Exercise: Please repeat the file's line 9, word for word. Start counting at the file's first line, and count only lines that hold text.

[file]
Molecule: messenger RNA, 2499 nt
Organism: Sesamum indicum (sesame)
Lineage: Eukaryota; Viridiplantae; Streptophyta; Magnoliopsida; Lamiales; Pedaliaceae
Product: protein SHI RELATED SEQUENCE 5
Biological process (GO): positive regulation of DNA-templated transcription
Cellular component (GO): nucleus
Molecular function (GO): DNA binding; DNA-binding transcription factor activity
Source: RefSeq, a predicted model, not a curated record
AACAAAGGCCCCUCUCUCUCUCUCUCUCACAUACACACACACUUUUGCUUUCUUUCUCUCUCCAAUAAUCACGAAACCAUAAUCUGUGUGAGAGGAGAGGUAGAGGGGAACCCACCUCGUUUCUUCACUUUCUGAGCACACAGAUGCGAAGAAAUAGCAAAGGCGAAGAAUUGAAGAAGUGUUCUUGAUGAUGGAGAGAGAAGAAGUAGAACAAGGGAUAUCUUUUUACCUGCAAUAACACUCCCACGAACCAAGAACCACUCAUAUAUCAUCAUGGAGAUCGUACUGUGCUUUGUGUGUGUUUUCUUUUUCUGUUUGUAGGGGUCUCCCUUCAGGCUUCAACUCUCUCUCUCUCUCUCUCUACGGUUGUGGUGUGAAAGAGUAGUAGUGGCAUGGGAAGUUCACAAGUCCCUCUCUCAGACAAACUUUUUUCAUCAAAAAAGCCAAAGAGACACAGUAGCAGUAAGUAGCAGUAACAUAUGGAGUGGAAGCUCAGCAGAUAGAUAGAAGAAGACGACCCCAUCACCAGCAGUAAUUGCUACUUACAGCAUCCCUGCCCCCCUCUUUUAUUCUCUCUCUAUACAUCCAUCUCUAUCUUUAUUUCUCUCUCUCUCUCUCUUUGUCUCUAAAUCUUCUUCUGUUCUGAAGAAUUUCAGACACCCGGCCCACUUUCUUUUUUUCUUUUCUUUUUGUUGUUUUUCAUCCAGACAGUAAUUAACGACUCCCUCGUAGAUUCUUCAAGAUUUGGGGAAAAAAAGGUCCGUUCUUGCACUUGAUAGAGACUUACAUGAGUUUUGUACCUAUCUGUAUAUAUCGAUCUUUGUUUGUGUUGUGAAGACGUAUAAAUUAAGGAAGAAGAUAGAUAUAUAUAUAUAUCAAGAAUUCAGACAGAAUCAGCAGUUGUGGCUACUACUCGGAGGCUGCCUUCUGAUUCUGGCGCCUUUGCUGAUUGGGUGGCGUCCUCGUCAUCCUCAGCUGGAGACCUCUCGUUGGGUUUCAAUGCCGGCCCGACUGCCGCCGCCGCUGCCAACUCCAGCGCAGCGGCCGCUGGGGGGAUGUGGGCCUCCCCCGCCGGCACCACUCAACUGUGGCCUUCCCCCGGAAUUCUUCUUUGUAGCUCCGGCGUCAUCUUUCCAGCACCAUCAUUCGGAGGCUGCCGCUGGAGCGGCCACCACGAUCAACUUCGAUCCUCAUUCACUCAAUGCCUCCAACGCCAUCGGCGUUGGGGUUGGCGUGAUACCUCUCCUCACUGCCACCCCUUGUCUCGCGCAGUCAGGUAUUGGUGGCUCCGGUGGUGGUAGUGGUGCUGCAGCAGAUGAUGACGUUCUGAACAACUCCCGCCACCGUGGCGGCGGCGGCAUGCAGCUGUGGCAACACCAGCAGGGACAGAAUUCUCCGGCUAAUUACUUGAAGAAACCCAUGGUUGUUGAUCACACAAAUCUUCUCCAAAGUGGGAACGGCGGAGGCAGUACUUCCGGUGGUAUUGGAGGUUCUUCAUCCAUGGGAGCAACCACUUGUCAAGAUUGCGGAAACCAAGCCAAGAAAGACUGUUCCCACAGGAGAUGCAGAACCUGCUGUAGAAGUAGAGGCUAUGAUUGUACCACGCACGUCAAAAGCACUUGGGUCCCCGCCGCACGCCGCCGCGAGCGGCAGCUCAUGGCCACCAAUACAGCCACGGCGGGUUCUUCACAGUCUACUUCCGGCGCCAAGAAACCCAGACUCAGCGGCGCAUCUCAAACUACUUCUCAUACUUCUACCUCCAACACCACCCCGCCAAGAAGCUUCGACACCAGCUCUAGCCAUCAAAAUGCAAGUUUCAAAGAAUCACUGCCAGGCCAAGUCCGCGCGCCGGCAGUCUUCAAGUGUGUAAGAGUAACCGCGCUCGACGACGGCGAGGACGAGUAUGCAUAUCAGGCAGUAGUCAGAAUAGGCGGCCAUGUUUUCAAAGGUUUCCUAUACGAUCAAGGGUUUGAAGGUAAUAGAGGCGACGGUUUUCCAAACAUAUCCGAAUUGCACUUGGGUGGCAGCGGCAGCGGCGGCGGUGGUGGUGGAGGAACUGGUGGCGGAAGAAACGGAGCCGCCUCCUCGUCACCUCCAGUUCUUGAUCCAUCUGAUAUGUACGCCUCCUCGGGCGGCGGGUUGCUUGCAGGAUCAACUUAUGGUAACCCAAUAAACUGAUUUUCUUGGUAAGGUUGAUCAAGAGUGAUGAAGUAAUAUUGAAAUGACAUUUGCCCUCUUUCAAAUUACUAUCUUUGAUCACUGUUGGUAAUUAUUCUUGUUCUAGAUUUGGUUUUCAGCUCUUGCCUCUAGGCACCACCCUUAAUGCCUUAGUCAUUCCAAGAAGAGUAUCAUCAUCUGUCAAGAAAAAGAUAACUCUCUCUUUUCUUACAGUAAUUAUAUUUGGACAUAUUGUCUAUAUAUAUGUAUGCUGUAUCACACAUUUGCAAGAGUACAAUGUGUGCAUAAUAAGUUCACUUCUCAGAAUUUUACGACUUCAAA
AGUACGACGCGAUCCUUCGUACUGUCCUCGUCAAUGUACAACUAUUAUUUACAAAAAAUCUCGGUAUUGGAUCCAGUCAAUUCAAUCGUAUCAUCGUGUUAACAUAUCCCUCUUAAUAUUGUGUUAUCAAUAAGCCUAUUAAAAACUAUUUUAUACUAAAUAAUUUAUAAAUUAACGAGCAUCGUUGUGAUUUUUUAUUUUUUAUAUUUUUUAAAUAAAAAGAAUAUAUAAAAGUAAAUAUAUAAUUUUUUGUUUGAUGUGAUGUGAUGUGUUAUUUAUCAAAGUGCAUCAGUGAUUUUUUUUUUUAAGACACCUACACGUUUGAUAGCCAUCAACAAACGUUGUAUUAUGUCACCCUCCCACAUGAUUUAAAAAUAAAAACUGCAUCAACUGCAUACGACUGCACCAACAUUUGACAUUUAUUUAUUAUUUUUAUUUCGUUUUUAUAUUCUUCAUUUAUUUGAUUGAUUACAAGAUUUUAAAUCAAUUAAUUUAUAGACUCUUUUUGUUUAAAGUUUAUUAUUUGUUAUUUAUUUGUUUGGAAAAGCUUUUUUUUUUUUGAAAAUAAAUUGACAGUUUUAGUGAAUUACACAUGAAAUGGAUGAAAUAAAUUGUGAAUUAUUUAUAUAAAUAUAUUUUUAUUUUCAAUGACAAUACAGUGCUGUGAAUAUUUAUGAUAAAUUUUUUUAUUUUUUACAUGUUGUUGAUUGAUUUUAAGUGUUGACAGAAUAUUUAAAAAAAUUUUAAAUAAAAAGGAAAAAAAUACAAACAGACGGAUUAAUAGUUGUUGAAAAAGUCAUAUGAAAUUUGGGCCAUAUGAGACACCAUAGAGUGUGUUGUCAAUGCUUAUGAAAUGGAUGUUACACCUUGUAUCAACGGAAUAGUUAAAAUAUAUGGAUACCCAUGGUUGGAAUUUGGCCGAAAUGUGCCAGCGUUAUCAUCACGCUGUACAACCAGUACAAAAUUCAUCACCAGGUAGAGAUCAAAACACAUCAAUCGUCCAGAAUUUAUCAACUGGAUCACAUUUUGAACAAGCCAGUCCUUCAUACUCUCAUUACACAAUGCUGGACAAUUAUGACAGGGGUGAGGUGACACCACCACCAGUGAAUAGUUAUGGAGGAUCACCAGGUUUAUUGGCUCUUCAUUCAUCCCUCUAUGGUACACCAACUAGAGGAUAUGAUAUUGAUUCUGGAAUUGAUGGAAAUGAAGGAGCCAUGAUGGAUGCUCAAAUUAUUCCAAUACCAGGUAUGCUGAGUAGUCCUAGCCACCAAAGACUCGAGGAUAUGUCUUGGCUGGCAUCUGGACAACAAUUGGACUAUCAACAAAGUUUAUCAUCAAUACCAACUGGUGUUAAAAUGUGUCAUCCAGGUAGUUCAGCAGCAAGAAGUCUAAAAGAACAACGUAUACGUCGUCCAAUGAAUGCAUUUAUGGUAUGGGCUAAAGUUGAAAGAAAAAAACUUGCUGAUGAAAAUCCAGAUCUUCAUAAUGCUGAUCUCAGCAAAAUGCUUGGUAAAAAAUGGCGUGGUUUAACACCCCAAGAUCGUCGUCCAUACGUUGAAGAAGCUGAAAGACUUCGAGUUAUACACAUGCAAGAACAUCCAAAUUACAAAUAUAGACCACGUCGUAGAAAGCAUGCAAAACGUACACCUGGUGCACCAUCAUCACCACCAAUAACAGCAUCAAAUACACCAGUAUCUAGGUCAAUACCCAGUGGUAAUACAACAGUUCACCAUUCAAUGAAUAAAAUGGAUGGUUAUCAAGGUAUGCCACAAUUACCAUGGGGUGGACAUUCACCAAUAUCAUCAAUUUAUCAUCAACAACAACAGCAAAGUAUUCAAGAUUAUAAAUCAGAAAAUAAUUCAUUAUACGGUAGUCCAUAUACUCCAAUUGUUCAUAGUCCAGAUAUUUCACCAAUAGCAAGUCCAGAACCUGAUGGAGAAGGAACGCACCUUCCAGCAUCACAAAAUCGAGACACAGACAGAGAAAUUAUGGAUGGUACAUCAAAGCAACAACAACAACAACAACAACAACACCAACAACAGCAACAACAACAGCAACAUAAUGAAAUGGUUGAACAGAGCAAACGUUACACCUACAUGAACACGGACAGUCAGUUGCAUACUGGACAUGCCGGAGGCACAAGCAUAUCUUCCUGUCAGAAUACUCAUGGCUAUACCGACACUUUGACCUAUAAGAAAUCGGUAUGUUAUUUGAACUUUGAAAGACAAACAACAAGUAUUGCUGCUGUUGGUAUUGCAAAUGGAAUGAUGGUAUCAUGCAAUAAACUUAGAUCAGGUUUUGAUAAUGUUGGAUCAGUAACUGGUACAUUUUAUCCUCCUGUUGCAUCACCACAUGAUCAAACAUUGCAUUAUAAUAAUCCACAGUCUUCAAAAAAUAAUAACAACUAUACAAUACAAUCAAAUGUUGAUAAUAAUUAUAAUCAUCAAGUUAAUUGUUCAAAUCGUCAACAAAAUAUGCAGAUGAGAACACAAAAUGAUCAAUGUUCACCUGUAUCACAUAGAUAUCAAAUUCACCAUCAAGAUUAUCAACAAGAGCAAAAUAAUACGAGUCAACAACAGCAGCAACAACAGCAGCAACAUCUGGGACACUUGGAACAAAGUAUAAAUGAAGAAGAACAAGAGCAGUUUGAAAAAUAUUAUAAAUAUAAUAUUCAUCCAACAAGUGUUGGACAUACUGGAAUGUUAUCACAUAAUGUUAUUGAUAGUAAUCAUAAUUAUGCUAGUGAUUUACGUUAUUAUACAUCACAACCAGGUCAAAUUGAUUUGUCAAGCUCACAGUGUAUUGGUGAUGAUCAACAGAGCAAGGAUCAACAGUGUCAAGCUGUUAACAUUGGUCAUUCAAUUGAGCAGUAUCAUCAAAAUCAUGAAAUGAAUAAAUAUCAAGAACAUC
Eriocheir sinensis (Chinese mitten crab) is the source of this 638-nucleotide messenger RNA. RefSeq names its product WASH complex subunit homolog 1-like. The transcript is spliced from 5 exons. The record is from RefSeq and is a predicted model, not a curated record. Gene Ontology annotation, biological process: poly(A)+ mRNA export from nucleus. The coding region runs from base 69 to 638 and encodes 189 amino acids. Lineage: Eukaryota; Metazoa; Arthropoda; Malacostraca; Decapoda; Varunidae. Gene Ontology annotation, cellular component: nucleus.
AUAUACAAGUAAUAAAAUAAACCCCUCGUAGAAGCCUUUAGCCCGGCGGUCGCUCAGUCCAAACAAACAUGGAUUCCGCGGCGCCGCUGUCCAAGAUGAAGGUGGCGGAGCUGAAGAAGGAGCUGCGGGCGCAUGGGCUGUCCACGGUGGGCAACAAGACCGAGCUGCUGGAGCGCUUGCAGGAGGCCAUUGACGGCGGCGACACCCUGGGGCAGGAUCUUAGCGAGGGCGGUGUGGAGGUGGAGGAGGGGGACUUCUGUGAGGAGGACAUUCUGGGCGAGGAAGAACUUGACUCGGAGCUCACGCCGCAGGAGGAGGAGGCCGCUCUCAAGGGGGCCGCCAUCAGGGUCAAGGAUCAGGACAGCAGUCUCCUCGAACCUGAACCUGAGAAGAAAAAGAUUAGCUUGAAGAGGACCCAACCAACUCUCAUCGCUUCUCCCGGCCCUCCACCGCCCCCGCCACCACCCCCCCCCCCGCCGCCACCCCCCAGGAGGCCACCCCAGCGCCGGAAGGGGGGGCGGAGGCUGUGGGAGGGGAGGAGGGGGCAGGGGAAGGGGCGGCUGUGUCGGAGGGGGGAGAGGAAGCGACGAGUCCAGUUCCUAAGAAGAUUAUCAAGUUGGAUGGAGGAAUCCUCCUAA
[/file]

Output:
AACAAAGGCCCCUCUCUCUCUCUCUCUCACAUACACACACACUUUUGCUUUCUUUCUCUCUCCAAUAAUCACGAAACCAUAAUCUGUGUGAGAGGAGAGGUAGAGGGGAACCCACCUCGUUUCUUCACUUUCUGAGCACACAGAUGCGAAGAAAUAGCAAAGGCGAAGAAUUGAAGAAGUGUUCUUGAUGAUGGAGAGAGAAGAAGUAGAACAAGGGAUAUCUUUUUACCUGCAAUAACACUCCCACGAACCAAGAACCACUCAUAUAUCAUCAUGGAGAUCGUACUGUGCUUUGUGUGUGUUUUCUUUUUCUGUUUGUAGGGGUCUCCCUUCAGGCUUCAACUCUCUCUCUCUCUCUCUCUACGGUUGUGGUGUGAAAGAGUAGUAGUGGCAUGGGAAGUUCACAAGUCCCUCUCUCAGACAAACUUUUUUCAUCAAAAAAGCCAAAGAGACACAGUAGCAGUAAGUAGCAGUAACAUAUGGAGUGGAAGCUCAGCAGAUAGAUAGAAGAAGACGACCCCAUCACCAGCAGUAAUUGCUACUUACAGCAUCCCUGCCCCCCUCUUUUAUUCUCUCUCUAUACAUCCAUCUCUAUCUUUAUUUCUCUCUCUCUCUCUCUUUGUCUCUAAAUCUUCUUCUGUUCUGAAGAAUUUCAGACACCCGGCCCACUUUCUUUUUUUCUUUUCUUUUUGUUGUUUUUCAUCCAGACAGUAAUUAACGACUCCCUCGUAGAUUCUUCAAGAUUUGGGGAAAAAAAGGUCCGUUCUUGCACUUGAUAGAGACUUACAUGAGUUUUGUACCUAUCUGUAUAUAUCGAUCUUUGUUUGUGUUGUGAAGACGUAUAAAUUAAGGAAGAAGAUAGAUAUAUAUAUAUAUCAAGAAUUCAGACAGAAUCAGCAGUUGUGGCUACUACUCGGAGGCUGCCUUCUGAUUCUGGCGCCUUUGCUGAUUGGGUGGCGUCCUCGUCAUCCUCAGCUGGAGACCUCUCGUUGGGUUUCAAUGCCGGCCCGACUGCCGCCGCCGCUGCCAACUCCAGCGCAGCGGCCGCUGGGGGGAUGUGGGCCUCCCCCGCCGGCACCACUCAACUGUGGCCUUCCCCCGGAAUUCUUCUUUGUAGCUCCGGCGUCAUCUUUCCAGCACCAUCAUUCGGAGGCUGCCGCUGGAGCGGCCACCACGAUCAACUUCGAUCCUCAUUCACUCAAUGCCUCCAACGCCAUCGGCGUUGGGGUUGGCGUGAUACCUCUCCUCACUGCCACCCCUUGUCUCGCGCAGUCAGGUAUUGGUGGCUCCGGUGGUGGUAGUGGUGCUGCAGCAGAUGAUGACGUUCUGAACAACUCCCGCCACCGUGGCGGCGGCGGCAUGCAGCUGUGGCAACACCAGCAGGGACAGAAUUCUCCGGCUAAUUACUUGAAGAAACCCAUGGUUGUUGAUCACACAAAUCUUCUCCAAAGUGGGAACGGCGGAGGCAGUACUUCCGGUGGUAUUGGAGGUUCUUCAUCCAUGGGAGCAACCACUUGUCAAGAUUGCGGAAACCAAGCCAAGAAAGACUGUUCCCACAGGAGAUGCAGAACCUGCUGUAGAAGUAGAGGCUAUGAUUGUACCACGCACGUCAAAAGCACUUGGGUCCCCGCCGCACGCCGCCGCGAGCGGCAGCUCAUGGCCACCAAUACAGCCACGGCGGGUUCUUCACAGUCUACUUCCGGCGCCAAGAAACCCAGACUCAGCGGCGCAUCUCAAACUACUUCUCAUACUUCUACCUCCAACACCACCCCGCCAAGAAGCUUCGACACCAGCUCUAGCCAUCAAAAUGCAAGUUUCAAAGAAUCACUGCCAGGCCAAGUCCGCGCGCCGGCAGUCUUCAAGUGUGUAAGAGUAACCGCGCUCGACGACGGCGAGGACGAGUAUGCAUAUCAGGCAGUAGUCAGAAUAGGCGGCCAUGUUUUCAAAGGUUUCCUAUACGAUCAAGGGUUUGAAGGUAAUAGAGGCGACGGUUUUCCAAACAUAUCCGAAUUGCACUUGGGUGGCAGCGGCAGCGGCGGCGGUGGUGGUGGAGGAACUGGUGGCGGAAGAAACGGAGCCGCCUCCUCGUCACCUCCAGUUCUUGAUCCAUCUGAUAUGUACGCCUCCUCGGGCGGCGGGUUGCUUGCAGGAUCAACUUAUGGUAACCCAAUAAACUGAUUUUCUUGGUAAGGUUGAUCAAGAGUGAUGAAGUAAUAUUGAAAUGACAUUUGCCCUCUUUCAAAUUACUAUCUUUGAUCACUGUUGGUAAUUAUUCUUGUUCUAGAUUUGGUUUUCAGCUCUUGCCUCUAGGCACCACCCUUAAUGCCUUAGUCAUUCCAAGAAGAGUAUCAUCAUCUGUCAAGAAAAAGAUAACUCUCUCUUUUCUUACAGUAAUUAUAUUUGGACAUAUUGUCUAUAUAUAUGUAUGCUGUAUCACACAUUUGCAAGAGUACAAUGUGUGCAUAAUAAGUUCACUUCUCAGAAUUUUACGACUUCAAA